I only hope that we see games in the $25-35 range again (this is more than
just possible on CD distribution) or the video games market will die in
its own greediness...

Jose Elias
HaCkEr
hac...@acs.bu.edu

p.s.: Permision is granted to cross-post to other newsgroups,
but other use of my opinions expressed here has to be consulted
with me first.

.---'\/\/\/`--- - - - - - - - - - - ---'\/\/\/`---.
| hac...@acs.bu.edu |
`----------[ Imagination is more important than knowledge... ]----------'


--
.---'\/\/\/`--- - - - - - - - - - - ---'\/\/\/`---.
| hac...@acs.bu.edu |
`----------[ Imagination is more important than knowledge... ]----------'

Scott Campbell

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Sep 5, 1994, 11:50:38 PM9/5/94
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Thankyou for your insight but I think everyone could figure out on thier
own that atari needs games, and nintendo won't have a 500 mhz chip in the
ultra 64.

Ralph Barbagallo

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Sep 5, 1994, 11:52:56 PM9/5/94
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I, for one, am VERY PISSED about the support for the Atari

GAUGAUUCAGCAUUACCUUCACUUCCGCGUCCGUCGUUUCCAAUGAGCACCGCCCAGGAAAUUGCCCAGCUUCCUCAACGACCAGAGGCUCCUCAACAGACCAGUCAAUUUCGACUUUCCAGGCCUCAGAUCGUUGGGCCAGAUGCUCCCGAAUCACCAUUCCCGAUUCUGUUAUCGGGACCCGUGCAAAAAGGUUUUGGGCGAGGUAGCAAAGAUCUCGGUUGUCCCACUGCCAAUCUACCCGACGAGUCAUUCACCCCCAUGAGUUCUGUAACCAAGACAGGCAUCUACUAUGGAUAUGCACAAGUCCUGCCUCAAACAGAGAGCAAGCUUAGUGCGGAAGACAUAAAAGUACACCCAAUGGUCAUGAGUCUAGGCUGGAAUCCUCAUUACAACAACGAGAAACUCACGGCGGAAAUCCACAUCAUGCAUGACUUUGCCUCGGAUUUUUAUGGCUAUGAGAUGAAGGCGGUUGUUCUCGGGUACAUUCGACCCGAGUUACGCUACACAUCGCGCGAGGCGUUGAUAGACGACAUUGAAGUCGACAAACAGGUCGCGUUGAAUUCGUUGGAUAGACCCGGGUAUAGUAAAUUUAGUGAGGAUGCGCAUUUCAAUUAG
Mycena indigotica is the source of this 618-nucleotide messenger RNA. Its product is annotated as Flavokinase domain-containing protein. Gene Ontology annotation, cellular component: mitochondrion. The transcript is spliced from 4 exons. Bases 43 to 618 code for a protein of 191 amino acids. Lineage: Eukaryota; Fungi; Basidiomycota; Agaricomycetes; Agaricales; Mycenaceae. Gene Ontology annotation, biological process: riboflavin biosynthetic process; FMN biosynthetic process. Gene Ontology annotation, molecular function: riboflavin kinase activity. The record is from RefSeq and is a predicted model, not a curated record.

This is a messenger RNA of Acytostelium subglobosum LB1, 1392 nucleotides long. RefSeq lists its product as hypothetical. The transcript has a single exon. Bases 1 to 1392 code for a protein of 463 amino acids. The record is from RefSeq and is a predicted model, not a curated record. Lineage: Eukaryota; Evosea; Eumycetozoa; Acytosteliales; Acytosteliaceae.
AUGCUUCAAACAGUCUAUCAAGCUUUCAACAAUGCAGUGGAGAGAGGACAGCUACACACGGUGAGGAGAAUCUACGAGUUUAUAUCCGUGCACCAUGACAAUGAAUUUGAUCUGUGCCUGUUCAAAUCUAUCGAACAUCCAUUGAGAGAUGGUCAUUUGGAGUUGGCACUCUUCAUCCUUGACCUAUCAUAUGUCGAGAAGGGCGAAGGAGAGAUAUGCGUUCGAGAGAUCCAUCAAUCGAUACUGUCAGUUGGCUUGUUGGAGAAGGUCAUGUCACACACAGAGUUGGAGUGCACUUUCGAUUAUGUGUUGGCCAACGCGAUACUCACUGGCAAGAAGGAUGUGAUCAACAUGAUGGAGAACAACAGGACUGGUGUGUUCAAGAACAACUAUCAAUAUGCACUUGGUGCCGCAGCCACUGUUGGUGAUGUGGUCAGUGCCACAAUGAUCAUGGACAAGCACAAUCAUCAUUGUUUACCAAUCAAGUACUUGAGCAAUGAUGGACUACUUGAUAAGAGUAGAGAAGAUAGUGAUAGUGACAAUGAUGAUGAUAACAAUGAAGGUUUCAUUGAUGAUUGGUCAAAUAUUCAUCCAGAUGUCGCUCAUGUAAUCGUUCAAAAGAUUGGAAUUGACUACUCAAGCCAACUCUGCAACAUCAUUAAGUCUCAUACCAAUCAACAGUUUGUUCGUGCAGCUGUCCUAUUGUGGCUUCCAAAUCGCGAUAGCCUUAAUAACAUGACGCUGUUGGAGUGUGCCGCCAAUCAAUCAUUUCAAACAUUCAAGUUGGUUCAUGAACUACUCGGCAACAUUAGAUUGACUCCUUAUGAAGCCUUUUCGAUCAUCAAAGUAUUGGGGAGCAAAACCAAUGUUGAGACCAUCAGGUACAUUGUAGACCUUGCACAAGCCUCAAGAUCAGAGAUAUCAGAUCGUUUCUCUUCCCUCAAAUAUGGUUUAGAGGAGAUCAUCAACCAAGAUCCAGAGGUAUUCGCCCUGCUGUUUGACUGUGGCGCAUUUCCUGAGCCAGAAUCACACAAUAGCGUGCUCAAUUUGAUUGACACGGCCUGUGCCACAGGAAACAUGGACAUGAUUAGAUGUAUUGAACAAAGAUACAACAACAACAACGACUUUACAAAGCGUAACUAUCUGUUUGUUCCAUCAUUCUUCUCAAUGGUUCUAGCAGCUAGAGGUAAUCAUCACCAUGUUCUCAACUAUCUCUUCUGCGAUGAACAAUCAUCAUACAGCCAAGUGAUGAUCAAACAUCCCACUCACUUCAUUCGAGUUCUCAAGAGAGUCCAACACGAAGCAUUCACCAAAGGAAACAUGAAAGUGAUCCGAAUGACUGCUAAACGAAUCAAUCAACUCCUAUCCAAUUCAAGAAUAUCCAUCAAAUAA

2500 and 2700. I've never seen a SINGLE game for it! How does Atari
expect to succeed with that kind of support? Geesh. And talk about
bad distribution...did you EVER see one in the stores? It's all over.


--
Ralph A. Barbagallo III --- rbar...@cs.uml.edu --- Only AMIGA makes it
Possible...
R.I.P. Jay Miner: June 20th 1994 Father of the 2600, Atari 8bit, Amiga
-=-VAPS Member=-=-Classic Game Collector=-=-Broke Freelance Journalist=-

Glenn M. Saunders

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Sep 6, 1994, 1:10:55 AM9/6/94
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Jose Elias (hac...@bu.edu) wrote:

: o Atari Jaguar, it's undoubtly the most powerfull thing out today,


: but _as_it_is_ it won't make it, due mainly to shortage of games,
: and no new games. Let's face it, Tempest 2000 is awesome, but
: people want MKII and SFII, not just a fifth remake of pacman.
: Also Atari MANY times in the past has been known for letting
: users in the cold. They abandoned the 2500, 2700, and Atari Lynx.

^^^^^^^^^^^
Ignorance alert!


: o Neo-Geo, this one's dead, from the beginning they should have released the


: home version with a CD instead of tape. Who's going to be paying between

^^^^
: $150 and $200 for each new game??? (a CD holds 5-10 times as much as a


: Neo-Geo cart, yet it costs 1 dollar (yes, one dollar) to manufacture.

Ignorance alert!! I hope you don't call carts tapes and think they are
synonymous. I stopped thinking carts were tapes when I was 11.


Jochen Scharrlach

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Sep 6, 1994, 5:47:55 AM9/6/94
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Jose Elias (hac...@bu.edu) wrote:
> o Atari Jaguar, it's undoubtly the most powerfull thing out today,
> but _as_it_is_ it won't make it, due mainly to shortage of games,
> and no new games. Let's face it, Tempest 2000 is awesome, but
^^^^^^^^^^^^
[...]